J. Matthew Saunders
Release Date: May 3, 2015
Publisher: Saint George’s Press
Synopsis on Goodreads:
Buda, Ottoman Hungary, 1599: Yasamin, the naïve daughter of an Ottoman bureaucrat, finds herself trapped in an arranged marriage to the son of the powerful governor of Buda. She is unprepared for the gossip and scheming rampant in the palace but realizes she faces more than petty jealousies when someone tries to drown her in the baths on the day before her wedding. An unearthly menace lurks in the palace corridors, and the one person able to protect Yasamin is a soldier named Iskander, who seems to appear whenever she needs him. Charming and confident, he is nothing like her new husband, but trusting either of them could be a deadly mistake.
Berlin, Germany, 1999: Adam Mire, an American professor of history, discovers a worn, marked-up copy of Dracula. The clues within its pages send him on a journey across the stark landscape of Eastern Europe, searching for a medallion that once belonged to Dracula himself. But a killer hounds Adam’s footsteps, and each new clue he uncovers brings him closer to a beguiling, raven-haired woman named Yasamin Ashrafi, who might be the first of Dracula’s legendary Brides.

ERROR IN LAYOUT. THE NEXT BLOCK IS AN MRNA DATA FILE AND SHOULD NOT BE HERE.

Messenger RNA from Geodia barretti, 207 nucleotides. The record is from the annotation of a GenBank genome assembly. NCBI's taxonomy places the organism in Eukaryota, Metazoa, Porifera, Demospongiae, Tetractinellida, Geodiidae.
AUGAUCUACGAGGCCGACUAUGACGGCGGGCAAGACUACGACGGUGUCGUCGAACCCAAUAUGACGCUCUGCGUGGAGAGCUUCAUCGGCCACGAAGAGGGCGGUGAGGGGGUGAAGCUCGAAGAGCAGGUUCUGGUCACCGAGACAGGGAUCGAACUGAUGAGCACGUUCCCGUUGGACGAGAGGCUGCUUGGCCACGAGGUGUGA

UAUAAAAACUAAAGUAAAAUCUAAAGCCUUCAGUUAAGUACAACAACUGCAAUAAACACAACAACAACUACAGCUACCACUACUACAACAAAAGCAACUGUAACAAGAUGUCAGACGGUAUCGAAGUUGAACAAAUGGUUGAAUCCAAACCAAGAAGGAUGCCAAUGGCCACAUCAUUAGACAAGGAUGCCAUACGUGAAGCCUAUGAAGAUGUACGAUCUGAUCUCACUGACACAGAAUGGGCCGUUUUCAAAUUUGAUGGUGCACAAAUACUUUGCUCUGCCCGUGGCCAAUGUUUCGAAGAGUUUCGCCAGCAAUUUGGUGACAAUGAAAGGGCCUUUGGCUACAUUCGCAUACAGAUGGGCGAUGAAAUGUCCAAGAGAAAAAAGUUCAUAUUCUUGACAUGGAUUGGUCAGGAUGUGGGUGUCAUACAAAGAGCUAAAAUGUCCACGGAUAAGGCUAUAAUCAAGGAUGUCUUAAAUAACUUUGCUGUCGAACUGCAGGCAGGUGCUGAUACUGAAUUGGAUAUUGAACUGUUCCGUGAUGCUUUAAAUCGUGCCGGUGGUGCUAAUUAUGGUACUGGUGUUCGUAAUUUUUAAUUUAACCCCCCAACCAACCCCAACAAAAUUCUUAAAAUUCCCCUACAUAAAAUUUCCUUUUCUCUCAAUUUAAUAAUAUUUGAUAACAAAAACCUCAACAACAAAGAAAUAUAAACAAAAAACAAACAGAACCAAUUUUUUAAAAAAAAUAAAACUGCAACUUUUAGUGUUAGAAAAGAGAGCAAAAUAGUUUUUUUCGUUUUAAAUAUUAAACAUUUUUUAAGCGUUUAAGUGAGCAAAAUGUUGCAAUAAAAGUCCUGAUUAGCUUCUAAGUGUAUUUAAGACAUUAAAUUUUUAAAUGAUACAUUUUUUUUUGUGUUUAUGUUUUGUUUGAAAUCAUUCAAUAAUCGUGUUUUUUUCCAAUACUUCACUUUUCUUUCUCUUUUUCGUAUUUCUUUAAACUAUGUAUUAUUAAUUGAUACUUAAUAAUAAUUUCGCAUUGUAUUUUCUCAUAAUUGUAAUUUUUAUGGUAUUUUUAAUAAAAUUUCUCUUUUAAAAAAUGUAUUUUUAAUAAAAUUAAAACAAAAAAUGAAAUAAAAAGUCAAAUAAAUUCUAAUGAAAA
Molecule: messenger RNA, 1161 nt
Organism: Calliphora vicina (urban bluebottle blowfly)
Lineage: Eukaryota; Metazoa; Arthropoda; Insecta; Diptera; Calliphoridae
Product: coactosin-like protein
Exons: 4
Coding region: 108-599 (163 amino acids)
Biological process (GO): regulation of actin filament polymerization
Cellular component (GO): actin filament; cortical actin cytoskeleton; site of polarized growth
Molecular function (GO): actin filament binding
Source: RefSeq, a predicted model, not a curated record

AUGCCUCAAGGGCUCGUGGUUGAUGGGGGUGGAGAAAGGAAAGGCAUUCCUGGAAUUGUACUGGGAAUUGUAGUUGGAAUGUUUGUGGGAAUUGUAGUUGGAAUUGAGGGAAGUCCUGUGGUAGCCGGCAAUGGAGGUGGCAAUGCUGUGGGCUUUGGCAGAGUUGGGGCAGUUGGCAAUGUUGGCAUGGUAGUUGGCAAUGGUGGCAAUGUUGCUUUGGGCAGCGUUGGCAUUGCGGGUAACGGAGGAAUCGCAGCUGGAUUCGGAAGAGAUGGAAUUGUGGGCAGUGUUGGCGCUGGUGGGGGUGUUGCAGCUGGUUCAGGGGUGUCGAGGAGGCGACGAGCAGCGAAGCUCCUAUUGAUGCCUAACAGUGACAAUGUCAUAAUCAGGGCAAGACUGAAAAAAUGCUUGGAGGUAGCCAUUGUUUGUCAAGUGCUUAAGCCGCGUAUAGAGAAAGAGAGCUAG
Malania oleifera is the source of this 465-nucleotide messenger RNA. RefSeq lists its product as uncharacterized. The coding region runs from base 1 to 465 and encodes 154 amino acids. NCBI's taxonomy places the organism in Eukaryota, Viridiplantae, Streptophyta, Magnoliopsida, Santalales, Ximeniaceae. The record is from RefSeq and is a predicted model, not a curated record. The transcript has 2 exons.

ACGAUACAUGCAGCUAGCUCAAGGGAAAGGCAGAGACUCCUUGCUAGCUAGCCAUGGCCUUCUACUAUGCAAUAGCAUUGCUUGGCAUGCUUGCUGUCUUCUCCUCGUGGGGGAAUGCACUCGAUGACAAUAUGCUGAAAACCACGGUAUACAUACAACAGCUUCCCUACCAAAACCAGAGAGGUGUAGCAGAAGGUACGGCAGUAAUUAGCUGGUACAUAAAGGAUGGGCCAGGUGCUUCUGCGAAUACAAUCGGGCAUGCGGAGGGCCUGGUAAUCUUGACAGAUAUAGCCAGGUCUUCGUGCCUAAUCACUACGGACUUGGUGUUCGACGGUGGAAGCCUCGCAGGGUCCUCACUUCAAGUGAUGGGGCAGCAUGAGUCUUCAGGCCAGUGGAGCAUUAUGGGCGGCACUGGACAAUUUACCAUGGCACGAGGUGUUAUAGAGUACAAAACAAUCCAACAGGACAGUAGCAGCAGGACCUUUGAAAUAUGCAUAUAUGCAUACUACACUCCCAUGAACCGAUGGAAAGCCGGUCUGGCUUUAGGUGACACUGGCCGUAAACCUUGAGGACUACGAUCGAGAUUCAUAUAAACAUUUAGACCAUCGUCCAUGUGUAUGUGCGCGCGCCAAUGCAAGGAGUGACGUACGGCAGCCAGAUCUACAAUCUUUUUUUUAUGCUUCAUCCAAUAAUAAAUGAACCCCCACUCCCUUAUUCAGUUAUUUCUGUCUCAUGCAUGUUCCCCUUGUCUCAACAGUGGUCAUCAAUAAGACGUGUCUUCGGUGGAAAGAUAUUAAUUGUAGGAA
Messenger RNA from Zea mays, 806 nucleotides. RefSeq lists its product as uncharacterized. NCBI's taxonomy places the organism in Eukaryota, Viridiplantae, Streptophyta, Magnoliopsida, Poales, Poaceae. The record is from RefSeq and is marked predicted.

Adam has an agenda of his own, however, a quest more personal than anyone knows. One misstep, and his haunted past could lead to death from a blade in his back … or from Yasamin’s fatal embrace.
I thoroughly enjoyed Daughters of Shadow and Blood – Book I: Yasamin by J. Matthew Saunders. I’d recommend this title to fans of Bram Stoker because it pays homage to Dracula, but is still different enough that you can’t easily predict what’s going to happen. The novel is set up into three main timelines, among other minor ones in the form of letters, book passages and written accounts. The research is meticulous and the writing well-done, albeit sometimes lacking life in certain chapters. My first thought when starting this was “Dracula meets The Da Vinci Code”, which is interesting because after finishing I saw Darin Kennedy quoted it as this too! This novel is the first in a planned trilogy and I definitely plan to read book two.
As I mentioned, the novel is divided into three timelines: Buda Hungary 1599, occupied by the Ottoman Empire at the time, and is told in the perspective of Yasamin. Then we have early August 1999, Berlin Germany told in the POV of Adam Mire and lastly mid-August 1999, also in Adam’s POV. The differences between these last two POV’s are Anya and Yasamin Ashrafi, who appear in one of these two timelines respectfully. Furthermore, the reader experiences other minor timelines that all have a connection to Dracula, his medallion and his legendary brides’. My favourite POV was Yasamin because I felt she was the most developed character and I was the most involved with her. As well, it was great reading about the Ottoman empire in this context and I felt this made the novel different from other Dracula-inspired ones; it stood out more!